Welcome! Here are the website rules, as well as some tips for using this forum.
Need to contact us? Visit https://heatinghelp.com/contact-us/.
Click here to Find a Contractor in your area.

Tempering valve for DHW with bypass

jimct Member Posts: 10
Just looking for some advice . I had a oil fired water heater replaced with an indirect this year. The oil fired Bock water heater ran 18 years before leaking and was set to 125 degrees on the aquastat. You couldn’t run that system out of hot water. The water was clean and never gave me the odor I get now. The installer set the indirect to 120 degrees. I really like the fact at the lower temps, I get a warm water at the sinks etc without having to mix with cold. . With the indirect I get some odors on initial draw that lead me that we have a bacteria/sulfide problem. I am on city water and given the last water survived 18 years before leaking I don’t think water quality is the issue. Perhaps the heating surfaces of the oil fired water heater was hot enough to kill the bacteria. I bumped the indirect

up to 125. It helped but I think I need to run this hotter. So I am looking at having a tempering valve installed. But I do like hot water in the kitchen. I like to cook and want to make sure the dishwasher and the kitchen have hot enough water to clean cutting boards etc, I am thinking a bypass around the tempering valve for the kitchen and perhaps the washing machine. No kids in the house . Good idea or not?


  • Leon82
    Leon82 Member Posts: 684
    Dishwashers heat their own water so you don't need to worry about that.

    Storing water that low can cause bacteria to grow.

    You could run a separate line to the kitchen but I don't know if that meets code. Depending which code you are on there probably should have been one installed.
  • hot_rod
    hot_rod Member Posts: 16,286
    I agree with Leon, dishwashers can heat the water and also a heated dry cycle will provide elevated temperature on the dishes.

    Most soaps work fine with 120F, even cold water detergents, down to 60° work well now. 80- 90° is a typical warm wash temperature.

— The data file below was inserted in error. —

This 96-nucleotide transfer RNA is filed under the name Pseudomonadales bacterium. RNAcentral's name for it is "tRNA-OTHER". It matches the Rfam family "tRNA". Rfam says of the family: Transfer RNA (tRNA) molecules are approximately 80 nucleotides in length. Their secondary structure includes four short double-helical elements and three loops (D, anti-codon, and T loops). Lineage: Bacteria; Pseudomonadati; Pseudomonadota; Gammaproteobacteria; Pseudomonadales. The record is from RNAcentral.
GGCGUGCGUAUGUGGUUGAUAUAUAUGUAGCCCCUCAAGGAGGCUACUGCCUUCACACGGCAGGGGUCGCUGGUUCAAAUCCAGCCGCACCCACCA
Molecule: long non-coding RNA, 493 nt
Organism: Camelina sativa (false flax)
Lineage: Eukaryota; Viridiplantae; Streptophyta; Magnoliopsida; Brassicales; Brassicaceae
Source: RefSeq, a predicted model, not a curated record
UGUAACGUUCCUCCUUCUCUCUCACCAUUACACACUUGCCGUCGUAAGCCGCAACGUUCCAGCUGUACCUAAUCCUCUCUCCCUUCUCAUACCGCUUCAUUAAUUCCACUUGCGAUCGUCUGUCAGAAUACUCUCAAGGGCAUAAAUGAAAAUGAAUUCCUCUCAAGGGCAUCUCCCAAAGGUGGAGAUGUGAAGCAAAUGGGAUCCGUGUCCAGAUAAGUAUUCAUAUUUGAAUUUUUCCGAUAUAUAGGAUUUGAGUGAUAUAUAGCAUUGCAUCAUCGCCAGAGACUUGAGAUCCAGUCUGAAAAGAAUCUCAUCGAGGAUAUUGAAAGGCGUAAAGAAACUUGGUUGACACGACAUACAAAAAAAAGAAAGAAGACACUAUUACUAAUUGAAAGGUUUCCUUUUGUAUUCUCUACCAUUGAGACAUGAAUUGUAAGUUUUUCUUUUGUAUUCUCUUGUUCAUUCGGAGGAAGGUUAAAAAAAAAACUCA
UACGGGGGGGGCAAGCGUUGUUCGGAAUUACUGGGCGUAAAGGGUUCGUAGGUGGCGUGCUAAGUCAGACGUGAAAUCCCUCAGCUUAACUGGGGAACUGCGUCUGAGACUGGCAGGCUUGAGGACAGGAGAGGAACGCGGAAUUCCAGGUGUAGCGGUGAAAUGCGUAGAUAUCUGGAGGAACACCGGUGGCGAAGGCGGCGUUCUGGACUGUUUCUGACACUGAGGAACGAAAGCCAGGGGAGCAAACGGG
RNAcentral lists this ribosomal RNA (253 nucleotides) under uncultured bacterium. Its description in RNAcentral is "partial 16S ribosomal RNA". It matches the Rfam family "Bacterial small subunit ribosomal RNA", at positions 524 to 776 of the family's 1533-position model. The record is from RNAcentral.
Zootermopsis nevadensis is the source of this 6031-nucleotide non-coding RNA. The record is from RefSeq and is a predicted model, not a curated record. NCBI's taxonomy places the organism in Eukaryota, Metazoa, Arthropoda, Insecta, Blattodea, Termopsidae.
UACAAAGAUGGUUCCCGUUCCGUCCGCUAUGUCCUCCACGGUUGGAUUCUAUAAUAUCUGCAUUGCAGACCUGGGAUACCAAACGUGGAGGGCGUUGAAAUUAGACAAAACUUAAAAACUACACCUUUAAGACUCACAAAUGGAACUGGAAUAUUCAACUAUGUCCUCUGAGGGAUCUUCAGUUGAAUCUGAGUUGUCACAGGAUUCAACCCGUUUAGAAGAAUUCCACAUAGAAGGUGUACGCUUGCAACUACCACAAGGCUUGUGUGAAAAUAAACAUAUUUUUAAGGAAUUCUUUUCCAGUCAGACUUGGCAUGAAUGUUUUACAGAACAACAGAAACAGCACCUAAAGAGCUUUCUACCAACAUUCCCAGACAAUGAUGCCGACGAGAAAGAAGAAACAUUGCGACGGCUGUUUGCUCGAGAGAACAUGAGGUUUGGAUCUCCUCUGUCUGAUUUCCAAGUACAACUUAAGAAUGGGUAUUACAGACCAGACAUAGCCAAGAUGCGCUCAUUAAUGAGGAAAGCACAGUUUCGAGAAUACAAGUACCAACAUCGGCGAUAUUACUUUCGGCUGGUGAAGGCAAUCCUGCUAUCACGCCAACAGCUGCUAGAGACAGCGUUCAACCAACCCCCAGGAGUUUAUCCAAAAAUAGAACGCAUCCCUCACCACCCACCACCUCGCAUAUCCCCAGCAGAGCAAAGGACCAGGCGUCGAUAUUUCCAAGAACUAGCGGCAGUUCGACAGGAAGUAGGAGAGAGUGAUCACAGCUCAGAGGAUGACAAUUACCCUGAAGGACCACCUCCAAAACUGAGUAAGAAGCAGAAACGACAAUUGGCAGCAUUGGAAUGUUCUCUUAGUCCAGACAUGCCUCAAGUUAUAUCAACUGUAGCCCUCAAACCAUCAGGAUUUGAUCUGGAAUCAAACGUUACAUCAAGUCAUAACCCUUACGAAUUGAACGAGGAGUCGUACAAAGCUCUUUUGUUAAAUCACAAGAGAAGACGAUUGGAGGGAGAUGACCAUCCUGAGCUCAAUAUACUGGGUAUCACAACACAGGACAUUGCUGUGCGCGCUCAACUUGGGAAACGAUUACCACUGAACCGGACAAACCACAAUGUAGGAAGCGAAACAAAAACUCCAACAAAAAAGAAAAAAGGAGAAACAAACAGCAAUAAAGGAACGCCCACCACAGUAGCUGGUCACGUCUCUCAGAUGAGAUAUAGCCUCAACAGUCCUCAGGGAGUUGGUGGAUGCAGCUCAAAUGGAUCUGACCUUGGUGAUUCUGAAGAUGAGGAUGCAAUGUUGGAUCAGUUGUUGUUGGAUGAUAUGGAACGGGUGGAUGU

I suppose if you are washing diapers, temperatures above 130° may add some piece of mind :)

    Whites wash better with hot, but hot can also shrink, fade and damage some fabrics from what I read.
    Bob "hot rod" Rohr
    trainer for Caleffi NA
    Living the hydronic dream
  • jimct
    jimct Member Posts: 10
    Hence the reason for the tempering valve
    To be able to store the water at 130 degrees
    HVACNUT Member Posts: 4,590
    > @jimct said:
    > Hence the reason for the tempering valve
    > To be able to store the water at 130 degrees

    You would set the indirect aquastat from 140 to 160, then use the thermostatic mixing valve to temper the domestic hot down to 120. Also install a 3/4 sweat x 1/2 female x 3/4 sweat tee for an insertion thermometer. The thermometer should have a 1/2" dry well to insert the thermometer.
    I've seen high temp used commercially for laundry but I don't recommend it for domestic. It doesn't take much to get a 2nd or 3rd degree burn above 120.
  • hot_rod
    hot_rod Member Posts: 16,286
    120-122° is the common setting for mixing valves on residential systems. So the tank temperature, ideally, is 25° hotter that the mix for the 3 way valve to be able to regulate accurately. I'd suggest 145- 150° max.

    Keep in mind the higher the tank operating temperature the shorter the life expectancy, more mineral precipitation at higher temperature. Also more metal fatigue for cold incoming water and high operating temperature in the tank.

    It would be good to know how the city is treating the water. Sme of the treatments like chloramines and polyphosphates can give you different odors.

    Check the chloride levels also, if it is a stainless tank, they have a very tight requirement, or warranty is void.

    A quality brand glass lined steel indirect tank, operating at 140 should last a good long time. As your previous tank did.
    Bob "hot rod" Rohr
    trainer for Caleffi NA
    Living the hydronic dream
  • bob eck
    bob eck Member Posts: 929
    Store water at 140 F or so. Use a good mixing valve for domestic hot water. Coming off the indirect water heater you could put a tee in that line to take off a hot 140 F supply (must be careful not to go to a faucet where you can burn someone. Does local code allow this?) line to run where you need it. Then put the mixing valve in that line.